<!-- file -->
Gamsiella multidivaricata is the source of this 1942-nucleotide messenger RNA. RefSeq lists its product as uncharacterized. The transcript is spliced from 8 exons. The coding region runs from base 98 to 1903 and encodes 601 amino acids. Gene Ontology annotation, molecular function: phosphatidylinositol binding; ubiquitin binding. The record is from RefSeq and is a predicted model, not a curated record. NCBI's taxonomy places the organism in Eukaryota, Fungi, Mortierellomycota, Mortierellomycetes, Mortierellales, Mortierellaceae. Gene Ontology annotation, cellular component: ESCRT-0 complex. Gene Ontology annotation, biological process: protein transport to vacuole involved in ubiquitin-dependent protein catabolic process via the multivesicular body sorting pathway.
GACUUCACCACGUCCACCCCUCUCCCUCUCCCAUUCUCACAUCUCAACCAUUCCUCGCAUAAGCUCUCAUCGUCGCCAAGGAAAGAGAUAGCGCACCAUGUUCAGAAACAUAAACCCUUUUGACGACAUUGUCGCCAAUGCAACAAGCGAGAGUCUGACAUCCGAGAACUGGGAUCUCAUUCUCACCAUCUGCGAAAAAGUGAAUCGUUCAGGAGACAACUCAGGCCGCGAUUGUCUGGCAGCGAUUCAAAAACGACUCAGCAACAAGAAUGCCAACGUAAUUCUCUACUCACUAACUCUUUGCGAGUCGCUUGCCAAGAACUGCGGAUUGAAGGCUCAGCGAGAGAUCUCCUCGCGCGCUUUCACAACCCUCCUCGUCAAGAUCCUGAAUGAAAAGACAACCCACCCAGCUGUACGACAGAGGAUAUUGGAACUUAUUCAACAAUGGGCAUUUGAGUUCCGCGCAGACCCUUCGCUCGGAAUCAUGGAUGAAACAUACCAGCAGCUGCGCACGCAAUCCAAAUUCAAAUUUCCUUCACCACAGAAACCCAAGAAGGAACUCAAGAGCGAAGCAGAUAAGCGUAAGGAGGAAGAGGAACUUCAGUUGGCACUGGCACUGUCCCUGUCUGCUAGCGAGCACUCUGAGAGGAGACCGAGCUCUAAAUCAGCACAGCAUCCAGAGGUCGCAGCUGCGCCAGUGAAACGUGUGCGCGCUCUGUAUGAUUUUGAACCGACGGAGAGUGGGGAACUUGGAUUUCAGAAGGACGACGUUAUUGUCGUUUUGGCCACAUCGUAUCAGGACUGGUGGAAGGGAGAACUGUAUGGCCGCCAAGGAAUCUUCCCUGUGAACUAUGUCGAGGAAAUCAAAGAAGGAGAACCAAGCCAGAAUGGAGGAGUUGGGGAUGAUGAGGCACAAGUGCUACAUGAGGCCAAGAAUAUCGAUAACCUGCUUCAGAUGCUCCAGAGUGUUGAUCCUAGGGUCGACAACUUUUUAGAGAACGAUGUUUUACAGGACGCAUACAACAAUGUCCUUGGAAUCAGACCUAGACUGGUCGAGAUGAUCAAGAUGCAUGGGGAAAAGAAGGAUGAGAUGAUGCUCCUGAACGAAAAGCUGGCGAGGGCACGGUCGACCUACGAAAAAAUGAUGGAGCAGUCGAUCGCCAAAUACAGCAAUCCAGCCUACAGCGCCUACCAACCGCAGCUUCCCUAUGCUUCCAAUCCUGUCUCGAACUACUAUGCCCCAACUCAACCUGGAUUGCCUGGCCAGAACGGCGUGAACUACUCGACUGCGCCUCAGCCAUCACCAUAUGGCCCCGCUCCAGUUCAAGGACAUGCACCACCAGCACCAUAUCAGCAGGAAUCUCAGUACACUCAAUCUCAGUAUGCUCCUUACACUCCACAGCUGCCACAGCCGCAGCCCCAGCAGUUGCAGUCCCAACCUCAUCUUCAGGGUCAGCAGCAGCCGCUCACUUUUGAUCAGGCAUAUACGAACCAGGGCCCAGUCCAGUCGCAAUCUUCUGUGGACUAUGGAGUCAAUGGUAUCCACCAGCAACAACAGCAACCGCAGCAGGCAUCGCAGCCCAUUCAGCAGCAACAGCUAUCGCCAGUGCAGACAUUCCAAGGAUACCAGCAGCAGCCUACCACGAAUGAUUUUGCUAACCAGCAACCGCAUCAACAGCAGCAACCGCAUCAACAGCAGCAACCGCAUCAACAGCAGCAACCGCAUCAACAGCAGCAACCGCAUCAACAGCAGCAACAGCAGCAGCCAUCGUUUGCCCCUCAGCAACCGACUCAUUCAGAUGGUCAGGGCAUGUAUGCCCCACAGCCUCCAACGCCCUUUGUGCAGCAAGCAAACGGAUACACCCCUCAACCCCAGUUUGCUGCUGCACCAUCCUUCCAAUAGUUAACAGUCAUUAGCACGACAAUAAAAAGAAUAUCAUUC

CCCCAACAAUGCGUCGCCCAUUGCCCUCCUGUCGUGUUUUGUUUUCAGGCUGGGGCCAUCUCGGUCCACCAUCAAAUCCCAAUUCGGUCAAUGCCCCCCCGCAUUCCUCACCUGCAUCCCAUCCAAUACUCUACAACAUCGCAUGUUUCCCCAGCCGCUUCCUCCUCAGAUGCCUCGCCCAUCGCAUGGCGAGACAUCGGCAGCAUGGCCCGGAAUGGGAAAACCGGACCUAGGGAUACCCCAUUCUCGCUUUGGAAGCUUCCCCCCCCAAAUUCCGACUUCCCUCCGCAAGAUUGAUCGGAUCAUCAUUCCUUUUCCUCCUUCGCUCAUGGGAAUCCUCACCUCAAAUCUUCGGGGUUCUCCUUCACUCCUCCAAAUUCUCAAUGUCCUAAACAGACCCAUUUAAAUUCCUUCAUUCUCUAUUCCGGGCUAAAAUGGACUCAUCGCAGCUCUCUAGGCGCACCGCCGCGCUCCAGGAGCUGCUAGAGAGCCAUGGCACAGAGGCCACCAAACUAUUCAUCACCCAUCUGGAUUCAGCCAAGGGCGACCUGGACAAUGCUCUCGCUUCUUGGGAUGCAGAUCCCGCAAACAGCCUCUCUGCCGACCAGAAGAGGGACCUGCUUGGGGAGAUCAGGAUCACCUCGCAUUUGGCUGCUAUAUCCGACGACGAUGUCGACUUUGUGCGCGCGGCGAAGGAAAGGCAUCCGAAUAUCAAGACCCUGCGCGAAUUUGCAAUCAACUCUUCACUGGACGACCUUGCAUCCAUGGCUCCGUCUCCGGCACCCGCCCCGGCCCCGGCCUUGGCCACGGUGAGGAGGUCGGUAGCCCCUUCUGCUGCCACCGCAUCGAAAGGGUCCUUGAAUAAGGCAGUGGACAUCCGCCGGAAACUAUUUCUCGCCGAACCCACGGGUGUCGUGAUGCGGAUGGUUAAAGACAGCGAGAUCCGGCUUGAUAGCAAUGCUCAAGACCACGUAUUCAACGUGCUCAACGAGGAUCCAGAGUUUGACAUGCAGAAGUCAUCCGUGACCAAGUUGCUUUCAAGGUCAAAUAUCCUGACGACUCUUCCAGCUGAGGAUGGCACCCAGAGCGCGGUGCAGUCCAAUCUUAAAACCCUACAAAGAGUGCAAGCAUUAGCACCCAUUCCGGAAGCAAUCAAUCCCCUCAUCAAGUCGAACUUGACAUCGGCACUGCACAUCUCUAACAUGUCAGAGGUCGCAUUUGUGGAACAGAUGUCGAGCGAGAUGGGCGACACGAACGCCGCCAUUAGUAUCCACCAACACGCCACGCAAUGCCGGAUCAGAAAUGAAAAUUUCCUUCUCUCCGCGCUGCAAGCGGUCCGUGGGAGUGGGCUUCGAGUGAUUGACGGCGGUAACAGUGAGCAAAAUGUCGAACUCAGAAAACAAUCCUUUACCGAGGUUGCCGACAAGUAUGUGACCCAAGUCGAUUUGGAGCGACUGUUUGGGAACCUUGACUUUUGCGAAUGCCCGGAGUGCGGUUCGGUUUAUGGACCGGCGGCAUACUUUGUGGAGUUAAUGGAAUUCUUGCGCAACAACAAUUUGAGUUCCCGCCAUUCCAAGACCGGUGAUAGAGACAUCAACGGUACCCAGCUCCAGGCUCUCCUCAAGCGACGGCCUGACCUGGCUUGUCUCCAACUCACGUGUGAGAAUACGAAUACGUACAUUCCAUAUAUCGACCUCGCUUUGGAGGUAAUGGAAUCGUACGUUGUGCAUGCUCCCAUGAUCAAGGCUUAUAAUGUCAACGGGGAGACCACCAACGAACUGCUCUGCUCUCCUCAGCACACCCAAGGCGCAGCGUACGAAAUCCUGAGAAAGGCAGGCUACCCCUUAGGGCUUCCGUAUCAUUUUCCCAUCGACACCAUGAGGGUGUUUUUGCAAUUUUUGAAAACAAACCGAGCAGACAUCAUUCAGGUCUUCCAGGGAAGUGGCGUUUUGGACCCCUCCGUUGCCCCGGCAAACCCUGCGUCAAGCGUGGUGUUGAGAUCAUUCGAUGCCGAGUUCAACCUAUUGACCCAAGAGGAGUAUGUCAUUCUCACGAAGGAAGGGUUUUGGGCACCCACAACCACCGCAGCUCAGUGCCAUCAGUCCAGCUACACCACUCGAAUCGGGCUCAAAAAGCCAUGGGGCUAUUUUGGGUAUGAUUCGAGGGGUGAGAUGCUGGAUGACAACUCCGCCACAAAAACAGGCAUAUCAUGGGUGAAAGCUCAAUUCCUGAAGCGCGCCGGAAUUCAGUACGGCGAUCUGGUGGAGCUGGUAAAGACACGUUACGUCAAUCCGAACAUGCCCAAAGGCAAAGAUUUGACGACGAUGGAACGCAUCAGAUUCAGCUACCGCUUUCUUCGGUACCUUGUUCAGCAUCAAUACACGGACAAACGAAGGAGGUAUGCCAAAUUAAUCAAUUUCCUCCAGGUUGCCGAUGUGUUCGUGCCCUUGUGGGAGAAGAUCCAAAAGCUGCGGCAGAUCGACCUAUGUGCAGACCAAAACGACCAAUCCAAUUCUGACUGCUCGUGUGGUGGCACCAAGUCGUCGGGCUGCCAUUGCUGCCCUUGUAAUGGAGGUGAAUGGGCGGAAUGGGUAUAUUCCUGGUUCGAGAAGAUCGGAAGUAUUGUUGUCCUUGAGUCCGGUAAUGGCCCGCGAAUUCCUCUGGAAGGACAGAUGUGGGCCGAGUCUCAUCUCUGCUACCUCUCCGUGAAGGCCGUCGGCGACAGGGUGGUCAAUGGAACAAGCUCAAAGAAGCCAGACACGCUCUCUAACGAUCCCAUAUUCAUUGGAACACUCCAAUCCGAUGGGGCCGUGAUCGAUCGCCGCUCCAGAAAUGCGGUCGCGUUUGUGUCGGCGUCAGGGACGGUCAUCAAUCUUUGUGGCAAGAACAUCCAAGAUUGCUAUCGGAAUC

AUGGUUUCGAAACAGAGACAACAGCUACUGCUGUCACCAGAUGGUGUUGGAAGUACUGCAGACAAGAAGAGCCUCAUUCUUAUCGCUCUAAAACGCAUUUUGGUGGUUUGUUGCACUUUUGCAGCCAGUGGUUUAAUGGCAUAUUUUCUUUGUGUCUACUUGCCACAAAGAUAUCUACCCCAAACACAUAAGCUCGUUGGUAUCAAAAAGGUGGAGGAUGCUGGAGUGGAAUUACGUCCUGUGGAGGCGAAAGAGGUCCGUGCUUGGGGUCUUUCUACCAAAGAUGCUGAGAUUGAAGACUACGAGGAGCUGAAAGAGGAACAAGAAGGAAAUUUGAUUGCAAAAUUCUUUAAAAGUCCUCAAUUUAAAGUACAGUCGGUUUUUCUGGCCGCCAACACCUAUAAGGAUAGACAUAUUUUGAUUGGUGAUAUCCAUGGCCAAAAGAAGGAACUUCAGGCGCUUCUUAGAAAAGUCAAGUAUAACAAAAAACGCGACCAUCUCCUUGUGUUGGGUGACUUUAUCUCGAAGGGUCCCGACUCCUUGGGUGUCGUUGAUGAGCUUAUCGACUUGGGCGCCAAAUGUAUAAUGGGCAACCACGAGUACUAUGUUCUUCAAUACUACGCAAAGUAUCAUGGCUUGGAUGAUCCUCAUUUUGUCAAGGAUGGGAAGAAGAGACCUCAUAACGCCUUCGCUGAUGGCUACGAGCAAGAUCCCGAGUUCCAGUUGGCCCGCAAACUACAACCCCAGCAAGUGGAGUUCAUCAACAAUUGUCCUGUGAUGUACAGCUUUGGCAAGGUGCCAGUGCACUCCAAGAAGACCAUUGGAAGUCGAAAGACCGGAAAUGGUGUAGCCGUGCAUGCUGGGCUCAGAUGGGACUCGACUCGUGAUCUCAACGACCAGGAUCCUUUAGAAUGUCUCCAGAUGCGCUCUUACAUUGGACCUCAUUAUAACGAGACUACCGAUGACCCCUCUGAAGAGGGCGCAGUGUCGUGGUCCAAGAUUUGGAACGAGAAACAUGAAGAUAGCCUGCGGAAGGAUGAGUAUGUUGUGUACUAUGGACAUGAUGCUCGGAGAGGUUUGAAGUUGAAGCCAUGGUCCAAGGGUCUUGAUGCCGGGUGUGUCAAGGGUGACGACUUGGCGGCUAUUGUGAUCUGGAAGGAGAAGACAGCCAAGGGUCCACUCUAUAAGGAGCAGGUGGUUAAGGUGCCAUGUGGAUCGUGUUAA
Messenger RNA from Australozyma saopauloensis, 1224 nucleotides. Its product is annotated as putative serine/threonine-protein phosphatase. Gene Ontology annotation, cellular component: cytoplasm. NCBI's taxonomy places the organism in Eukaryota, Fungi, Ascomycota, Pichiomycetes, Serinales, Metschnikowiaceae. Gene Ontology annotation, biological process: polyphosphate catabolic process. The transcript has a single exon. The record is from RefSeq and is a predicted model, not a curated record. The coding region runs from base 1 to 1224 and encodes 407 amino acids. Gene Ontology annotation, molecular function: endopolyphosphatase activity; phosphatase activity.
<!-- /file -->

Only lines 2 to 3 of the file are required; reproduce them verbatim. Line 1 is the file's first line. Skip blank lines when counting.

GACUUCACCACGUCCACCCCUCUCCCUCUCCCAUUCUCACAUCUCAACCAUUCCUCGCAUAAGCUCUCAUCGUCGCCAAGGAAAGAGAUAGCGCACCAUGUUCAGAAACAUAAACCCUUUUGACGACAUUGUCGCCAAUGCAACAAGCGAGAGUCUGACAUCCGAGAACUGGGAUCUCAUUCUCACCAUCUGCGAAAAAGUGAAUCGUUCAGGAGACAACUCAGGCCGCGAUUGUCUGGCAGCGAUUCAAAAACGACUCAGCAACAAGAAUGCCAACGUAAUUCUCUACUCACUAACUCUUUGCGAGUCGCUUGCCAAGAACUGCGGAUUGAAGGCUCAGCGAGAGAUCUCCUCGCGCGCUUUCACAACCCUCCUCGUCAAGAUCCUGAAUGAAAAGACAACCCACCCAGCUGUACGACAGAGGAUAUUGGAACUUAUUCAACAAUGGGCAUUUGAGUUCCGCGCAGACCCUUCGCUCGGAAUCAUGGAUGAAACAUACCAGCAGCUGCGCACGCAAUCCAAAUUCAAAUUUCCUUCACCACAGAAACCCAAGAAGGAACUCAAGAGCGAAGCAGAUAAGCGUAAGGAGGAAGAGGAACUUCAGUUGGCACUGGCACUGUCCCUGUCUGCUAGCGAGCACUCUGAGAGGAGACCGAGCUCUAAAUCAGCACAGCAUCCAGAGGUCGCAGCUGCGCCAGUGAAACGUGUGCGCGCUCUGUAUGAUUUUGAACCGACGGAGAGUGGGGAACUUGGAUUUCAGAAGGACGACGUUAUUGUCGUUUUGGCCACAUCGUAUCAGGACUGGUGGAAGGGAGAACUGUAUGGCCGCCAAGGAAUCUUCCCUGUGAACUAUGUCGAGGAAAUCAAAGAAGGAGAACCAAGCCAGAAUGGAGGAGUUGGGGAUGAUGAGGCACAAGUGCUACAUGAGGCCAAGAAUAUCGAUAACCUGCUUCAGAUGCUCCAGAGUGUUGAUCCUAGGGUCGACAACUUUUUAGAGAACGAUGUUUUACAGGACGCAUACAACAAUGUCCUUGGAAUCAGACCUAGACUGGUCGAGAUGAUCAAGAUGCAUGGGGAAAAGAAGGAUGAGAUGAUGCUCCUGAACGAAAAGCUGGCGAGGGCACGGUCGACCUACGAAAAAAUGAUGGAGCAGUCGAUCGCCAAAUACAGCAAUCCAGCCUACAGCGCCUACCAACCGCAGCUUCCCUAUGCUUCCAAUCCUGUCUCGAACUACUAUGCCCCAACUCAACCUGGAUUGCCUGGCCAGAACGGCGUGAACUACUCGACUGCGCCUCAGCCAUCACCAUAUGGCCCCGCUCCAGUUCAAGGACAUGCACCACCAGCACCAUAUCAGCAGGAAUCUCAGUACACUCAAUCUCAGUAUGCUCCUUACACUCCACAGCUGCCACAGCCGCAGCCCCAGCAGUUGCAGUCCCAACCUCAUCUUCAGGGUCAGCAGCAGCCGCUCACUUUUGAUCAGGCAUAUACGAACCAGGGCCCAGUCCAGUCGCAAUCUUCUGUGGACUAUGGAGUCAAUGGUAUCCACCAGCAACAACAGCAACCGCAGCAGGCAUCGCAGCCCAUUCAGCAGCAACAGCUAUCGCCAGUGCAGACAUUCCAAGGAUACCAGCAGCAGCCUACCACGAAUGAUUUUGCUAACCAGCAACCGCAUCAACAGCAGCAACCGCAUCAACAGCAGCAACCGCAUCAACAGCAGCAACCGCAUCAACAGCAGCAACCGCAUCAACAGCAGCAACAGCAGCAGCCAUCGUUUGCCCCUCAGCAACCGACUCAUUCAGAUGGUCAGGGCAUGUAUGCCCCACAGCCUCCAACGCCCUUUGUGCAGCAAGCAAACGGAUACACCCCUCAACCCCAGUUUGCUGCUGCACCAUCCUUCCAAUAGUUAACAGUCAUUAGCACGACAAUAAAAAGAAUAUCAUUC

CCCCAACAAUGCGUCGCCCAUUGCCCUCCUGUCGUGUUUUGUUUUCAGGCUGGGGCCAUCUCGGUCCACCAUCAAAUCCCAAUUCGGUCAAUGCCCCCCCGCAUUCCUCACCUGCAUCCCAUCCAAUACUCUACAACAUCGCAUGUUUCCCCAGCCGCUUCCUCCUCAGAUGCCUCGCCCAUCGCAUGGCGAGACAUCGGCAGCAUGGCCCGGAAUGGGAAAACCGGACCUAGGGAUACCCCAUUCUCGCUUUGGAAGCUUCCCCCCCCAAAUUCCGACUUCCCUCCGCAAGAUUGAUCGGAUCAUCAUUCCUUUUCCUCCUUCGCUCAUGGGAAUCCUCACCUCAAAUCUUCGGGGUUCUCCUUCACUCCUCCAAAUUCUCAAUGUCCUAAACAGACCCAUUUAAAUUCCUUCAUUCUCUAUUCCGGGCUAAAAUGGACUCAUCGCAGCUCUCUAGGCGCACCGCCGCGCUCCAGGAGCUGCUAGAGAGCCAUGGCACAGAGGCCACCAAACUAUUCAUCACCCAUCUGGAUUCAGCCAAGGGCGACCUGGACAAUGCUCUCGCUUCUUGGGAUGCAGAUCCCGCAAACAGCCUCUCUGCCGACCAGAAGAGGGACCUGCUUGGGGAGAUCAGGAUCACCUCGCAUUUGGCUGCUAUAUCCGACGACGAUGUCGACUUUGUGCGCGCGGCGAAGGAAAGGCAUCCGAAUAUCAAGACCCUGCGCGAAUUUGCAAUCAACUCUUCACUGGACGACCUUGCAUCCAUGGCUCCGUCUCCGGCACCCGCCCCGGCCCCGGCCUUGGCCACGGUGAGGAGGUCGGUAGCCCCUUCUGCUGCCACCGCAUCGAAAGGGUCCUUGAAUAAGGCAGUGGACAUCCGCCGGAAACUAUUUCUCGCCGAACCCACGGGUGUCGUGAUGCGGAUGGUUAAAGACAGCGAGAUCCGGCUUGAUAGCAAUGCUCAAGACCACGUAUUCAACGUGCUCAACGAGGAUCCAGAGUUUGACAUGCAGAAGUCAUCCGUGACCAAGUUGCUUUCAAGGUCAAAUAUCCUGACGACUCUUCCAGCUGAGGAUGGCACCCAGAGCGCGGUGCAGUCCAAUCUUAAAACCCUACAAAGAGUGCAAGCAUUAGCACCCAUUCCGGAAGCAAUCAAUCCCCUCAUCAAGUCGAACUUGACAUCGGCACUGCACAUCUCUAACAUGUCAGAGGUCGCAUUUGUGGAACAGAUGUCGAGCGAGAUGGGCGACACGAACGCCGCCAUUAGUAUCCACCAACACGCCACGCAAUGCCGGAUCAGAAAUGAAAAUUUCCUUCUCUCCGCGCUGCAAGCGGUCCGUGGGAGUGGGCUUCGAGUGAUUGACGGCGGUAACAGUGAGCAAAAUGUCGAACUCAGAAAACAAUCCUUUACCGAGGUUGCCGACAAGUAUGUGACCCAAGUCGAUUUGGAGCGACUGUUUGGGAACCUUGACUUUUGCGAAUGCCCGGAGUGCGGUUCGGUUUAUGGACCGGCGGCAUACUUUGUGGAGUUAAUGGAAUUCUUGCGCAACAACAAUUUGAGUUCCCGCCAUUCCAAGACCGGUGAUAGAGACAUCAACGGUACCCAGCUCCAGGCUCUCCUCAAGCGACGGCCUGACCUGGCUUGUCUCCAACUCACGUGUGAGAAUACGAAUACGUACAUUCCAUAUAUCGACCUCGCUUUGGAGGUAAUGGAAUCGUACGUUGUGCAUGCUCCCAUGAUCAAGGCUUAUAAUGUCAACGGGGAGACCACCAACGAACUGCUCUGCUCUCCUCAGCACACCCAAGGCGCAGCGUACGAAAUCCUGAGAAAGGCAGGCUACCCCUUAGGGCUUCCGUAUCAUUUUCCCAUCGACACCAUGAGGGUGUUUUUGCAAUUUUUGAAAACAAACCGAGCAGACAUCAUUCAGGUCUUCCAGGGAAGUGGCGUUUUGGACCCCUCCGUUGCCCCGGCAAACCCUGCGUCAAGCGUGGUGUUGAGAUCAUUCGAUGCCGAGUUCAACCUAUUGACCCAAGAGGAGUAUGUCAUUCUCACGAAGGAAGGGUUUUGGGCACCCACAACCACCGCAGCUCAGUGCCAUCAGUCCAGCUACACCACUCGAAUCGGGCUCAAAAAGCCAUGGGGCUAUUUUGGGUAUGAUUCGAGGGGUGAGAUGCUGGAUGACAACUCCGCCACAAAAACAGGCAUAUCAUGGGUGAAAGCUCAAUUCCUGAAGCGCGCCGGAAUUCAGUACGGCGAUCUGGUGGAGCUGGUAAAGACACGUUACGUCAAUCCGAACAUGCCCAAAGGCAAAGAUUUGACGACGAUGGAACGCAUCAGAUUCAGCUACCGCUUUCUUCGGUACCUUGUUCAGCAUCAAUACACGGACAAACGAAGGAGGUAUGCCAAAUUAAUCAAUUUCCUCCAGGUUGCCGAUGUGUUCGUGCCCUUGUGGGAGAAGAUCCAAAAGCUGCGGCAGAUCGACCUAUGUGCAGACCAAAACGACCAAUCCAAUUCUGACUGCUCGUGUGGUGGCACCAAGUCGUCGGGCUGCCAUUGCUGCCCUUGUAAUGGAGGUGAAUGGGCGGAAUGGGUAUAUUCCUGGUUCGAGAAGAUCGGAAGUAUUGUUGUCCUUGAGUCCGGUAAUGGCCCGCGAAUUCCUCUGGAAGGACAGAUGUGGGCCGAGUCUCAUCUCUGCUACCUCUCCGUGAAGGCCGUCGGCGACAGGGUGGUCAAUGGAACAAGCUCAAAGAAGCCAGACACGCUCUCUAACGAUCCCAUAUUCAUUGGAACACUCCAAUCCGAUGGGGCCGUGAUCGAUCGCCGCUCCAGAAAUGCGGUCGCGUUUGUGUCGGCGUCAGGGACGGUCAUCAAUCUUUGUGGCAAGAACAUCCAAGAUUGCUAUCGGAAUC